ICT uptake: Ethiopia’s Abay Bank shows the way to indigenous African start-ups

Ato Yehuala Gessesse
Ato Yehuala Gessesse

Ato Yehuala Gessesse

Africa’s financial services providers are waking up to the new realities of an ICT-driven world. Although the person-to person approach and cash are still dominant in service delivery,   financial institutions are investing heavily in ICT and expanding self-service functionality in a bid to drive down costs, increase revenues and improve customer relationship management.

This is the story of Abay Bank of Ethiopia.  The bank has continued to grow from strength to strength with profits rising on average by 78 percent annually. Last year alone, its profit rose by 122 percent.

According to its president Yehuala Gessesse,  growth has not only been recorded in operating profits but also in other areas such as expansion of branches, deposits and credit facilities to the economy of Ethiopia. “We have been expanding our branches. You know customers are attracted to where they can get the best of services which we give with the best of technology”.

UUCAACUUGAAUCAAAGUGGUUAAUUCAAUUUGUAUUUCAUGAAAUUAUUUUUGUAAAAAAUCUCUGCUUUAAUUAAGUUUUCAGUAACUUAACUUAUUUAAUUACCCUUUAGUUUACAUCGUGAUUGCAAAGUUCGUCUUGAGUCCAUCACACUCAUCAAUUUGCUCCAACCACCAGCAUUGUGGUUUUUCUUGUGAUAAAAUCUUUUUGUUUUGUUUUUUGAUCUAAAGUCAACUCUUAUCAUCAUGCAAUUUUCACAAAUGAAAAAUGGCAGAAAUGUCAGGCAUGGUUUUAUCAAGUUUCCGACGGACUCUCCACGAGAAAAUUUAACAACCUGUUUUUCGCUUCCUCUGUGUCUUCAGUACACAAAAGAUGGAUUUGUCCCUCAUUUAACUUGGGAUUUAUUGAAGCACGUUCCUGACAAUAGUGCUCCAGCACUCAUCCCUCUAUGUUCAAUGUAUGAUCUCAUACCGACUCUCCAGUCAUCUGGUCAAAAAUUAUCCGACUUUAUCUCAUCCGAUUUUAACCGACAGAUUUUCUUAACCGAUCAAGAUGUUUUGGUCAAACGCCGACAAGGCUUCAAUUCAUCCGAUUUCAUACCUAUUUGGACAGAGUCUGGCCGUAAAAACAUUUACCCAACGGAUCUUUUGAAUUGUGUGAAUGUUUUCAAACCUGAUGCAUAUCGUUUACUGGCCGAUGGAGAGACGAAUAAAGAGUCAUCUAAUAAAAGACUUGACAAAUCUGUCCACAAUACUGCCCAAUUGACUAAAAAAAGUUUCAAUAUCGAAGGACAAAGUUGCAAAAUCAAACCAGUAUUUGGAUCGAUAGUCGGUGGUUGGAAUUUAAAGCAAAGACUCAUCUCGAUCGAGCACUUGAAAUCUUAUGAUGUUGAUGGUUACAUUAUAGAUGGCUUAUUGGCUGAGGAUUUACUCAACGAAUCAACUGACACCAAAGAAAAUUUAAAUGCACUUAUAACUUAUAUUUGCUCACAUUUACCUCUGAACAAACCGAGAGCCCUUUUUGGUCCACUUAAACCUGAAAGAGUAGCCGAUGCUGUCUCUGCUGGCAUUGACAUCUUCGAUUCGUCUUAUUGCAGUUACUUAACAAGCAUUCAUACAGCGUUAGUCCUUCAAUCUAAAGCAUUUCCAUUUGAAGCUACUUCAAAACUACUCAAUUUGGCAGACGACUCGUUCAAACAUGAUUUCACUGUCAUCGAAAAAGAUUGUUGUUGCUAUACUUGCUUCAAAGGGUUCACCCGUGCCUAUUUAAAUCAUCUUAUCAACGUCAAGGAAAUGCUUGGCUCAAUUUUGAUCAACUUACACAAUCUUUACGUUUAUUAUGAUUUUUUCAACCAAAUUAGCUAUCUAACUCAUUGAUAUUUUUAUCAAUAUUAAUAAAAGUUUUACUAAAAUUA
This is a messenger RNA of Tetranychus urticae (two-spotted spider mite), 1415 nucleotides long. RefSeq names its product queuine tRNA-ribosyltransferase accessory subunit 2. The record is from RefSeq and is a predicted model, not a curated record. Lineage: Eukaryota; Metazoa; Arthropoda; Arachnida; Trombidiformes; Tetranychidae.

The statistics are impressive. The bank has been opening an average of 18 branches per year in the past few years; on average, deposits are growing at 52 percent per year; loans and advances to the economy are growing at more than 100 percent yearly. As a result, income has grown on average by 70 percent per year. Profits are also growing on average, by 78 percent per year while capital has increased by 250 percent since the commencement of business.

Most Ethiopians described the growth of Abay Bank as one of the most rapid ever experienced in the country. Officially established on July 14, 2010, it started full-fledged banking operation on November 4, 2010. Total capital of the bank as of January 30, 2016 stood at 950 million Birr and shareholders’ strength of 3000 plus.

Placing the customer at the heart of its operations, Abay Bank offers all types of universal banking services, and has planned to render unique services to all regions of the country supported by modern banking technology. The bank’s management is monitoring the latest models and advances in mobile and internet banking, from the breakthroughs pioneered by MPESA in Kenya and training its staff to recognize the trends to follow and adapt to its own environment.

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